Working Theater

in association with

Dance Theater Workshop

Presents

ABUNDANCE

By MARTY POTTENGER

www.abundanceproject.net

 

January 8 24, 2004 at Dance Theater Workshop, www.dtw.org

 

Directed and Choreographed by MARTY POTTENGER & STEVE BAILEY

Dramaturgy TALVIN WILKS

Music TERRY DAME

Lighting Design SUSAN HAMBURGER

Costumes MARTIN LOPEZ

Set MIMI LIEN

Public Relations PUBLICITY OUTFITTERS

 

Performers

Cary Barker Herb Downer Joe Gioco Thom Rivera Nikki E. Walker

The wealth in and of the United States is abundant, but not equally distributed. There are great disparities between the wealthiest and poorest among us, just as there is a vast difference between being poor in the United States and poor in a country like India. There are many statistics floating around that point out the seemingly frivolous ways in which we, as a nation, spend, and perhaps even waste our abundant fiscal resources. These, and many other tidbits can be gleaned by attending a performance of the multi-media play ABUNDANCE, brainchild of Marty Pottenger, wherein the audience is bombarded by data, personal dramas, and narratives focused squarely and politically on this thing we call our economy.

According to the literature for ABUNDANCE, Ms. Pottenger spent three years interviewing multi-millionaires and minimum wage workers from across the United States, and gathered further material from a yearlong New York civil dialogue group with participants whose own financial situations ran the gamut. These resources were richly mined as material for this play. Though the final product feels confessional, like an economic LARAMIE PROJECT where we are all simultaneously victim and perpetrator, yet ultimately manipulated into action by some greater culprit called money, the format itself is a structurally appropriate choice for the type of play that Ms. Pottenger has penned.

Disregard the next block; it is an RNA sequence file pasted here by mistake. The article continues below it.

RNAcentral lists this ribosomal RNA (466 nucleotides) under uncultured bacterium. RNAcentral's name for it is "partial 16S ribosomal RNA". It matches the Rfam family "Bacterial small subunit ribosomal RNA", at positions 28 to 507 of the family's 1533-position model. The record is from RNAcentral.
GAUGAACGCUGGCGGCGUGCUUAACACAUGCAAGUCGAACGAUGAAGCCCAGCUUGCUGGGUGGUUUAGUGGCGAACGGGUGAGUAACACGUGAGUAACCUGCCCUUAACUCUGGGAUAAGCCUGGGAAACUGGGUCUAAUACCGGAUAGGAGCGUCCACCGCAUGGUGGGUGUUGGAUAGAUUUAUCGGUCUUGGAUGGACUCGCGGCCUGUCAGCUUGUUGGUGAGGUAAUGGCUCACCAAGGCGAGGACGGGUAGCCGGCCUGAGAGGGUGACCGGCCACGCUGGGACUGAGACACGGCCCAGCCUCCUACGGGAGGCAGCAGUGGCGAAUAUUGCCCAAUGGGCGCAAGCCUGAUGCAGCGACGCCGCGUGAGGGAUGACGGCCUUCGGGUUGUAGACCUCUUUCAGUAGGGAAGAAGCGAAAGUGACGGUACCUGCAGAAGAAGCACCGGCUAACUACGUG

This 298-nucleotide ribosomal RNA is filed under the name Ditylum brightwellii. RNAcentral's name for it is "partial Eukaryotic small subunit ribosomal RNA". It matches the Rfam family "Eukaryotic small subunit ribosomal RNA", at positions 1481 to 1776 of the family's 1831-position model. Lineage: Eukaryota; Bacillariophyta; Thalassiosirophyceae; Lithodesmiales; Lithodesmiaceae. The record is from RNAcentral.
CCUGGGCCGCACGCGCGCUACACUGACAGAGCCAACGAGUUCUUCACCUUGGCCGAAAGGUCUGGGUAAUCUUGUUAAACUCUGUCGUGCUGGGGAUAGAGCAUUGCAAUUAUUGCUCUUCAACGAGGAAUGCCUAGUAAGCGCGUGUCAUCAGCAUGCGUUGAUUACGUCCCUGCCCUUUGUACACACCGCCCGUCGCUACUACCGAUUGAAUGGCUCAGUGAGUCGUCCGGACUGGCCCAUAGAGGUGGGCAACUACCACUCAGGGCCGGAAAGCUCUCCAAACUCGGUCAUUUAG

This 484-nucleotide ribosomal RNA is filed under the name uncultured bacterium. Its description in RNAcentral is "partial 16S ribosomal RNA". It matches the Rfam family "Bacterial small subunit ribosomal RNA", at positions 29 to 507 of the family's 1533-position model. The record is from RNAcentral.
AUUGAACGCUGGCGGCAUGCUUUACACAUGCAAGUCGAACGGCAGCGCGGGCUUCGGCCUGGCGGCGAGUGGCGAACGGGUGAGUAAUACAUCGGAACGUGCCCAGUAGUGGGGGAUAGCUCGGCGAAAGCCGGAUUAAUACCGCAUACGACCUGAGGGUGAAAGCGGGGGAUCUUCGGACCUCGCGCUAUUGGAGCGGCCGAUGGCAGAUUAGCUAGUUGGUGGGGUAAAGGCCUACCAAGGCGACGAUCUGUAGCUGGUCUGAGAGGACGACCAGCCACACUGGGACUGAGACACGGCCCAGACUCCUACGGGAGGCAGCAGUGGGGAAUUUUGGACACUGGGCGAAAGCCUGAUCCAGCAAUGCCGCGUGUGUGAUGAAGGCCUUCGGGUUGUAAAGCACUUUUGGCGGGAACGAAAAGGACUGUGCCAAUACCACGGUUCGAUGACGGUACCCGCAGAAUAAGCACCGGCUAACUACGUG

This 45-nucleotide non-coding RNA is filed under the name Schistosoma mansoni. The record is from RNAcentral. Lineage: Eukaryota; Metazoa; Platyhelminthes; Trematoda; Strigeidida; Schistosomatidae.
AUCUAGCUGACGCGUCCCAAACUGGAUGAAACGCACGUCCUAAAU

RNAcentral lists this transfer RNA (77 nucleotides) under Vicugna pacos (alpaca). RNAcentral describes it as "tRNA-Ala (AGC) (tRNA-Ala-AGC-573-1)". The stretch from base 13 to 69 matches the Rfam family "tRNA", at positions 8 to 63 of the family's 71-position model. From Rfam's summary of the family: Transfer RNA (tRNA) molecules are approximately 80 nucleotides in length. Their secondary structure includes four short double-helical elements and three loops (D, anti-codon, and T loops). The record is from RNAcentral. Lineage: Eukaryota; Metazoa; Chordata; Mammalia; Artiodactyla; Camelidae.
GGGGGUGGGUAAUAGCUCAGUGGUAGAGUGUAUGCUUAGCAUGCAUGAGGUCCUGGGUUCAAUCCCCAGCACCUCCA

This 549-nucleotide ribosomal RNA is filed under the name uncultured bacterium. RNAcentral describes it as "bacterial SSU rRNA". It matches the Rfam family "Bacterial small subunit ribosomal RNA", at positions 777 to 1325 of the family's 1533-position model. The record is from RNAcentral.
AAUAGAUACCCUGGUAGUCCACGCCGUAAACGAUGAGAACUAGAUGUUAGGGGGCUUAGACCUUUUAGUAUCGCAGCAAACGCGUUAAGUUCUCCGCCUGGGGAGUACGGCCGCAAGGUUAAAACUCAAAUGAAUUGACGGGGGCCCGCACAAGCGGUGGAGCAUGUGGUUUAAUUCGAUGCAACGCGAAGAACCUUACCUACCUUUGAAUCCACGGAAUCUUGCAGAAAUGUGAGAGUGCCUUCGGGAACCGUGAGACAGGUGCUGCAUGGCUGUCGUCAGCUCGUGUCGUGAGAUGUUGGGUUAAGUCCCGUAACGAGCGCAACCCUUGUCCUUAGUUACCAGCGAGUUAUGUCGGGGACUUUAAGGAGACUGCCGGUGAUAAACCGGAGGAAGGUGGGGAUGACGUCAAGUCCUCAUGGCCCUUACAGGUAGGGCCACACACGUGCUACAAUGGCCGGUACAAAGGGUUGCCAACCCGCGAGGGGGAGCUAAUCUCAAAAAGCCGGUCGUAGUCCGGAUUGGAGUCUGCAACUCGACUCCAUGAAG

In the course, or more appropriately, the discourse of ABUNDANCE, we are presented with three different but thematically linked narratives. There are the participants of the dialogue group, portrayed as a coming together of individuals of disparate backgrounds yet rather passionate feelings about funds. We meet a dying billionaire, Laz, (Joe Gioco) and his servant of decades, Job (Herb Downer). Finally, we are schooled in statistics by two sanitation workers (Thom Rivera, Herb Downer). The latter theme is the most direct and succinctly realized of the bunch, even as we are being more or less lectured to. There are some interesting characters found at the focus group, but near the end that starts to feel like a revivalist meeting. So, it is perhaps the scenes between Laz and Job that feel most like a play fighting to get out from behind all of the numbers and economic woes.

Largely a work that preaches to the converted, ABUNDANCE is ambitious and nicely executed. It has a definite point of view about economic inequity that is voiced rather heartily by several characters. I do not see the play changing minds on a grand scale, but it is the type of work that spurs debate.

- Kessa De Santis -

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